National Weather Service United States Department of Commerce

Winter Storm, Flooding and Critical Fire Weather Concerns Today

A winter storm will affect portions of New England through tonight with several inches of snow in the forecast. Meanwhile, the Pacific Northwest will see more heavy rainfall from a series of storms that may bring more flooding and potential landslides. For the western High Plains and southern California, strong winds and dry conditions will keep fire weather threats critical. Read More >

On the morning of July 17th, 2008 a volcanic cloud passed over the Pacific Northwest. It was apparent on the morning visible satellite imagery. This cloud wasn't volcanic ash, but Sulphur Dioxide (SO2). The volcanic cloud appears as the faint west-to-east bands of clouds from the ocean and extending over Washington. Note that it looks similar to the wildfire smoke near Northern California. Okmok erupted on the afternoon of July 12th in the Aleutian Islands. The cloud from this eruption has meandered around in the Gulf of Alaska for the past 5 days before being caught up in the jet stream and pushed into the Pacific Northwest. In the satellite loop below, note how the cloud becomes less visible as the sun continues to rise (the loop starts at sunrise and ends at 9am PDT).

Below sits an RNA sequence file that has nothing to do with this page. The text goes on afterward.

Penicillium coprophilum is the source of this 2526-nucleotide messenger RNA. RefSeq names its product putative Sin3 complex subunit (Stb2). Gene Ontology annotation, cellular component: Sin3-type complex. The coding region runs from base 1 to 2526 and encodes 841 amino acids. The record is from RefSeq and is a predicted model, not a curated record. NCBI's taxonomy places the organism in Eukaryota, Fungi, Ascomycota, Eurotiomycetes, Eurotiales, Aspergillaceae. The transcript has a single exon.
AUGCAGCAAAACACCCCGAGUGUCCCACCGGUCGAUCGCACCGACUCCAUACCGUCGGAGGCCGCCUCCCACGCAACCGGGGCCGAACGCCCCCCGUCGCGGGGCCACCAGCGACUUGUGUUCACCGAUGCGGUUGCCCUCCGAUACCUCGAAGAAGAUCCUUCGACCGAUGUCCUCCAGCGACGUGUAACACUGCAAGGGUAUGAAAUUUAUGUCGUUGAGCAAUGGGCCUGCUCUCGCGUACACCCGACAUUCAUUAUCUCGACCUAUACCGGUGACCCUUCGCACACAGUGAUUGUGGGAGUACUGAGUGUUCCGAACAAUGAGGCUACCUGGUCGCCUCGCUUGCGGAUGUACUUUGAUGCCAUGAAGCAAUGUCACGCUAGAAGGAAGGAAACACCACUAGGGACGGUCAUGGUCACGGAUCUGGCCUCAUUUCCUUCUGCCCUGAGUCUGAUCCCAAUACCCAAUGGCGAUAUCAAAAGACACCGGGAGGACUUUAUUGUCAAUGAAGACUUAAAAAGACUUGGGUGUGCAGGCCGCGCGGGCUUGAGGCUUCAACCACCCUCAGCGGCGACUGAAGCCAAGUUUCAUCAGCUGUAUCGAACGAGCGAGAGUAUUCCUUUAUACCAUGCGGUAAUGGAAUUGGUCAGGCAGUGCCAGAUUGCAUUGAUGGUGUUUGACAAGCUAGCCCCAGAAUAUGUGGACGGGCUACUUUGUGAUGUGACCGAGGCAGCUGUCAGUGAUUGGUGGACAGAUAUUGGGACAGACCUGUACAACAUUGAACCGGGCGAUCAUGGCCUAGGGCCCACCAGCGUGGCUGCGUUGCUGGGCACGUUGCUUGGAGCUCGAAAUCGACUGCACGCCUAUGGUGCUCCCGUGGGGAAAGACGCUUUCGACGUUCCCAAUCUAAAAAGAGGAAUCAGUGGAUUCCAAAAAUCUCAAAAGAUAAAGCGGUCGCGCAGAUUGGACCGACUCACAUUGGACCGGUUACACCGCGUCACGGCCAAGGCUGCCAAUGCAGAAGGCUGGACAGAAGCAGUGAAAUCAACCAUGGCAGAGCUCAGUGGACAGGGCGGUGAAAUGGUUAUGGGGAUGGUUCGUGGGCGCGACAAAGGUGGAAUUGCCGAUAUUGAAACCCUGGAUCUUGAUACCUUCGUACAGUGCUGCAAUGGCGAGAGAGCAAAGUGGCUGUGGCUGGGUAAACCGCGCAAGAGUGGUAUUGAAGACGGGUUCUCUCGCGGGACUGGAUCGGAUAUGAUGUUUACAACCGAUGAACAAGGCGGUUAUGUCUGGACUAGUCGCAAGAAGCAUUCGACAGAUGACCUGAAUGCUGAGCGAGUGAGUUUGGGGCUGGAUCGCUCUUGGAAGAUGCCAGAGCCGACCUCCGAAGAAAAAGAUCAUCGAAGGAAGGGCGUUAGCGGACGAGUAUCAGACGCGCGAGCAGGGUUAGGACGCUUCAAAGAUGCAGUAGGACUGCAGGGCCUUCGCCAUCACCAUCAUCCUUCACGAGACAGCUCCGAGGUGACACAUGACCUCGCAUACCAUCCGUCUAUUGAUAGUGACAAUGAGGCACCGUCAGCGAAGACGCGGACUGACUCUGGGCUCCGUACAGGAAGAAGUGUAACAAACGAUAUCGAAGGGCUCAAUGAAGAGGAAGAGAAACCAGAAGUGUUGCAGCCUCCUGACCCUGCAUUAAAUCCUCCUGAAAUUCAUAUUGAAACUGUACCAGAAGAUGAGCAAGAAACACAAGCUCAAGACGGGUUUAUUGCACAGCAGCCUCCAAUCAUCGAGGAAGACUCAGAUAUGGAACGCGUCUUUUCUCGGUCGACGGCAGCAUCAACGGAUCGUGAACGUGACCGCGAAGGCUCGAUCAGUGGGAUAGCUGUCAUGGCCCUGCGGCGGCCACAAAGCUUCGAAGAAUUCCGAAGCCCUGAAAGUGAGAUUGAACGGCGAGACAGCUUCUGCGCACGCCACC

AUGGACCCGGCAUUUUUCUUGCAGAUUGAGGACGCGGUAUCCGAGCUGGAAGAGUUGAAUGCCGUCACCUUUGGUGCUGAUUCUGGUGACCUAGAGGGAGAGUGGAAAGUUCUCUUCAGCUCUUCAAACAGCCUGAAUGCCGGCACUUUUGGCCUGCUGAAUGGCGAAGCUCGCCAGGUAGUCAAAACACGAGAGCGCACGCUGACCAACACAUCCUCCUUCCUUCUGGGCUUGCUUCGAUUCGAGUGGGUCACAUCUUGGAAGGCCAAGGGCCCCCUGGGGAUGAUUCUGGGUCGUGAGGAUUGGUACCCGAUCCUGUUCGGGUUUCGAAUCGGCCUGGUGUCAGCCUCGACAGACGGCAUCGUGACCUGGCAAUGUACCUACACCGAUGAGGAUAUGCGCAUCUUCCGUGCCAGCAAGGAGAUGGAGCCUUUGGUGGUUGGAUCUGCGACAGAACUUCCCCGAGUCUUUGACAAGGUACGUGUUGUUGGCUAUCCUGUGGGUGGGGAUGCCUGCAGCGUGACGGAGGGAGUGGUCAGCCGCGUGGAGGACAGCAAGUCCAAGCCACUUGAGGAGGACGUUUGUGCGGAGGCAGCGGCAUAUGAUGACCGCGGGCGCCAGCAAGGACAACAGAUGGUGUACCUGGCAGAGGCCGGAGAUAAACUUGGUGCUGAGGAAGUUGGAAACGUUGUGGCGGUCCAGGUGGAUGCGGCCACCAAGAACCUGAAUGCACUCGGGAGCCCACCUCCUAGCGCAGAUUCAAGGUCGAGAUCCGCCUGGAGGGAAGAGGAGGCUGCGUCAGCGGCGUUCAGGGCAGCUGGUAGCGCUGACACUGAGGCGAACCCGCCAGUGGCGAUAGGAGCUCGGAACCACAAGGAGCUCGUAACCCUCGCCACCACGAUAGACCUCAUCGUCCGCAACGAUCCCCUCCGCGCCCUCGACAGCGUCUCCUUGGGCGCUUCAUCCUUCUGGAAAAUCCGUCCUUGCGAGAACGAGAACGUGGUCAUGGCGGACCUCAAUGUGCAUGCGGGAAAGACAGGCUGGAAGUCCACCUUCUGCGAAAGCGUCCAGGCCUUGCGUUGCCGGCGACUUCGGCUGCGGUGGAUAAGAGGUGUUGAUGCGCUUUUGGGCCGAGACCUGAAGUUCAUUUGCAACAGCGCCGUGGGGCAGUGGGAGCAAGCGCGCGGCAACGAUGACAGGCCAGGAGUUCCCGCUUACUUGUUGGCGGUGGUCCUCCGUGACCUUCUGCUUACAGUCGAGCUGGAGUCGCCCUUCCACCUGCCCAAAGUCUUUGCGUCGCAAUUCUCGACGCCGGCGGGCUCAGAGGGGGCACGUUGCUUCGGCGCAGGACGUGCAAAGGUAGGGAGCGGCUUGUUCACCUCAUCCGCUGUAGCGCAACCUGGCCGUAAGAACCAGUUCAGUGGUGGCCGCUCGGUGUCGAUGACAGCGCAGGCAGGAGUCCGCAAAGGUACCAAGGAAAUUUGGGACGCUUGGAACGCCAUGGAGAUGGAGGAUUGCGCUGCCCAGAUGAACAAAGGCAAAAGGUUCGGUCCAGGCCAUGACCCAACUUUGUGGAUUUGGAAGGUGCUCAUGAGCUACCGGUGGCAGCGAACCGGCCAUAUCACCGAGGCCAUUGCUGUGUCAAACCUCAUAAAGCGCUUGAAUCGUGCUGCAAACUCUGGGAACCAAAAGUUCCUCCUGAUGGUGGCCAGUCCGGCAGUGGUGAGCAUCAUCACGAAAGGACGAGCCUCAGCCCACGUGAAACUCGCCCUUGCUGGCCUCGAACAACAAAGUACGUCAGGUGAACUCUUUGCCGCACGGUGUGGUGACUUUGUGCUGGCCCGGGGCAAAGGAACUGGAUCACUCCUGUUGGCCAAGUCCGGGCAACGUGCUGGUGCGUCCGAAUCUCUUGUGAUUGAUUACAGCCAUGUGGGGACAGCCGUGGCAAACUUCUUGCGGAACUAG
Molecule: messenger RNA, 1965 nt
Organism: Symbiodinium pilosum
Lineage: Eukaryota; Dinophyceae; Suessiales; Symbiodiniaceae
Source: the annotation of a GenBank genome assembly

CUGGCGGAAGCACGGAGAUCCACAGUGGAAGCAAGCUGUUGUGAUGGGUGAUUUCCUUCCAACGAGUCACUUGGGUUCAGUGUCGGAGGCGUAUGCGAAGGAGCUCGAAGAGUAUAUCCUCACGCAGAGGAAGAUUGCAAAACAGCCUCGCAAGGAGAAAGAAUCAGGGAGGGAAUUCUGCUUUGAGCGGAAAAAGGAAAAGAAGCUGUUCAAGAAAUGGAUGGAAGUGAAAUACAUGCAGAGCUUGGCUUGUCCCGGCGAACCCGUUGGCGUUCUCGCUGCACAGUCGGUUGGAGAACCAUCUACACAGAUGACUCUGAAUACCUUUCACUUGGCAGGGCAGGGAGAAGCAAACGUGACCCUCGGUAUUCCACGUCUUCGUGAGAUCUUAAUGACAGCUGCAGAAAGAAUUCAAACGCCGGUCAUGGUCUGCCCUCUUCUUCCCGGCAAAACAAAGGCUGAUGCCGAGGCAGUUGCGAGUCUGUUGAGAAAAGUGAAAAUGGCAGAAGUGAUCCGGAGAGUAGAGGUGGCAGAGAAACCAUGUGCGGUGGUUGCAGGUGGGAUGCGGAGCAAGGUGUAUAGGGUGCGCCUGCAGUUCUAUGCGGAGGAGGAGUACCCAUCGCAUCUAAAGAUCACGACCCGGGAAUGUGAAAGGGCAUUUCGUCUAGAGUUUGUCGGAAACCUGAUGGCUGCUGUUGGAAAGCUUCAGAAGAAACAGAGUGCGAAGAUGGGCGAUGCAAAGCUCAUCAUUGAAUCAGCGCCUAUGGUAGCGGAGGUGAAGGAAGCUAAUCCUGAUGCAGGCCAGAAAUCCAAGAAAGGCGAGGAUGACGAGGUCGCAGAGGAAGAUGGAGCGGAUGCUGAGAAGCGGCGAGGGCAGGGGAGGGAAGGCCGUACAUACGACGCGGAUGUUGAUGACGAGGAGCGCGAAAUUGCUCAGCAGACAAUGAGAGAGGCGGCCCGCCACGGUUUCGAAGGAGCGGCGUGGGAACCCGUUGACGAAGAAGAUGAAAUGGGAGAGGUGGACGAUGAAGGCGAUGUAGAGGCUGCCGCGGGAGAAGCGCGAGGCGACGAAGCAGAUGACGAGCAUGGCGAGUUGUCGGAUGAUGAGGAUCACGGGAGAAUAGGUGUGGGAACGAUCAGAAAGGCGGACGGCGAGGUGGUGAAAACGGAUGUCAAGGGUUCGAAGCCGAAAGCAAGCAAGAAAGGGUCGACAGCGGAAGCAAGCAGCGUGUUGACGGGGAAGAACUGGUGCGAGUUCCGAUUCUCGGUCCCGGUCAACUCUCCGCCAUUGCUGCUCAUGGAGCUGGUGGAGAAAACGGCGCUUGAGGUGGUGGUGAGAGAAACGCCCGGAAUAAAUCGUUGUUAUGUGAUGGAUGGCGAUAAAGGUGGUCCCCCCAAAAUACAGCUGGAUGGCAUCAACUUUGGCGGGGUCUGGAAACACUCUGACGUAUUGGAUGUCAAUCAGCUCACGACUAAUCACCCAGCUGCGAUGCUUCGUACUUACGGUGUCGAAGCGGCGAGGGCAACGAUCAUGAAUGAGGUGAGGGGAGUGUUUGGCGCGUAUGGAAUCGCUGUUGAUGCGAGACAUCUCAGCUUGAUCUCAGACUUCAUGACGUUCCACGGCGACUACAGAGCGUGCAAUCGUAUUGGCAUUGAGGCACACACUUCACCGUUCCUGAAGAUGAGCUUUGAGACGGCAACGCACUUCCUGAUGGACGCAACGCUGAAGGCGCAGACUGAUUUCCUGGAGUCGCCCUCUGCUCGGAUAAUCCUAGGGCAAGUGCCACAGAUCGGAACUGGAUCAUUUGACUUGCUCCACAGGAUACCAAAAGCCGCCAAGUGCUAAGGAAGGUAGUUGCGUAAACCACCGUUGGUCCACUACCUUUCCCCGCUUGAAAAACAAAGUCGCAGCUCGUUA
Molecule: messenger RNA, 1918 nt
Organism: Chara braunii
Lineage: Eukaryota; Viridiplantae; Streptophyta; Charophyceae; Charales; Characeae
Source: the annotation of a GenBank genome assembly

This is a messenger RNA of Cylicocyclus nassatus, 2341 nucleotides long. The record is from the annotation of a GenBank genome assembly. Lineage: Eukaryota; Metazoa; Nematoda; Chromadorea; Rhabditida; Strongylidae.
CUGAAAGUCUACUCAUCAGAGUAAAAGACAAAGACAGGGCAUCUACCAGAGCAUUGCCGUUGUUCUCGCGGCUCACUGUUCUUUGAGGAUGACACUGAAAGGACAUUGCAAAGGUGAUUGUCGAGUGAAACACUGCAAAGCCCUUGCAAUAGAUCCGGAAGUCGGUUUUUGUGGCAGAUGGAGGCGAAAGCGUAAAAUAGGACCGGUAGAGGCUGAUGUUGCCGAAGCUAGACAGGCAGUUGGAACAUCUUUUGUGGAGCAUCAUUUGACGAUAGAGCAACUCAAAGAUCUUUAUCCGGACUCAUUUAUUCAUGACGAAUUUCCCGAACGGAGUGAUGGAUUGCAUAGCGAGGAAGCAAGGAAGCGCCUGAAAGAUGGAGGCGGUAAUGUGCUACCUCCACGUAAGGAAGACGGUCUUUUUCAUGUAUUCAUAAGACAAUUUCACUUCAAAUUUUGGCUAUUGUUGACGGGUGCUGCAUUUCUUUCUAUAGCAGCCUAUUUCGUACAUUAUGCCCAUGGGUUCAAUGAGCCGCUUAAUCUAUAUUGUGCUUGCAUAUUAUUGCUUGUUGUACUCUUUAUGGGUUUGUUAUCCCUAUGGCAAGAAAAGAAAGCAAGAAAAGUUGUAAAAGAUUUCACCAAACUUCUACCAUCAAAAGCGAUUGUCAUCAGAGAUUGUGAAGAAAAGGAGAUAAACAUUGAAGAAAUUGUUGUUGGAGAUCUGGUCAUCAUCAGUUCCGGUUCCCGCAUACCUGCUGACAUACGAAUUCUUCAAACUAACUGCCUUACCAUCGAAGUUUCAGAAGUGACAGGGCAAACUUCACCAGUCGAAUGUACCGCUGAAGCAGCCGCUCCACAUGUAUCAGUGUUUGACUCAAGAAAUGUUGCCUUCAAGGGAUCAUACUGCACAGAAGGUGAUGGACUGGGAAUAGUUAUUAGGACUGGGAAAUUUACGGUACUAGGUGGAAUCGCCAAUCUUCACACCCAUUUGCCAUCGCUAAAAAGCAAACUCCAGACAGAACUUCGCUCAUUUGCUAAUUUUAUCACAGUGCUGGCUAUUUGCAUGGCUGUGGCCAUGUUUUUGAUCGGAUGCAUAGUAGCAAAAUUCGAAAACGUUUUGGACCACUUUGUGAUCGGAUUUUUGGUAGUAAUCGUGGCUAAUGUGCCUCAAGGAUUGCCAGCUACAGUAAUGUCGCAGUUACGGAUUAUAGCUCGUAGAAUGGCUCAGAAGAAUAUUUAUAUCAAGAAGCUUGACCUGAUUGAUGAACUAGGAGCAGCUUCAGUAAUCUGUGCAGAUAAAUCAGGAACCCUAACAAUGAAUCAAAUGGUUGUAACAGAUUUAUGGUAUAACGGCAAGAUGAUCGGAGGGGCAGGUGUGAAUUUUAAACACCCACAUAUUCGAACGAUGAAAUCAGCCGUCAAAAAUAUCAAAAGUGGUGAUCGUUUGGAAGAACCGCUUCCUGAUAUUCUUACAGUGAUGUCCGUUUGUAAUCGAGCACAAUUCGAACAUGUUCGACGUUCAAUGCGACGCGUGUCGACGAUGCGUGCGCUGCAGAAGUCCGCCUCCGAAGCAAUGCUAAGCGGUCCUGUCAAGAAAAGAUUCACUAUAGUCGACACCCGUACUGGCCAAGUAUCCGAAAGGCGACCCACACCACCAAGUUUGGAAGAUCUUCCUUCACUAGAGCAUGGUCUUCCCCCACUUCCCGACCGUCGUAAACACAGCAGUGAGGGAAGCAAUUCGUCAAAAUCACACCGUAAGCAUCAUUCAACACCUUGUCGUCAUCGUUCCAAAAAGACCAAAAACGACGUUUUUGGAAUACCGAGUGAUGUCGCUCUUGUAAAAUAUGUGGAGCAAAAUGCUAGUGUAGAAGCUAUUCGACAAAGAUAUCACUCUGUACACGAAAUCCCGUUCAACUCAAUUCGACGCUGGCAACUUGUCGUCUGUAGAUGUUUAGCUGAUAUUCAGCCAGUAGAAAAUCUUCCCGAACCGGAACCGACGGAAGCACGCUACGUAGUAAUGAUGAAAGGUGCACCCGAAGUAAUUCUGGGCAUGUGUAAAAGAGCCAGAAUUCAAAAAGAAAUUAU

Visible Satellite Image

Visible Satellite Loop

 

The image loop below is an Infrared Satellite loop on the afternoon/evening of July 12th. The bright red/pink area over the central Aleutian Islands is the ash cloud from the Okmok eruption.

IR Satellite Loop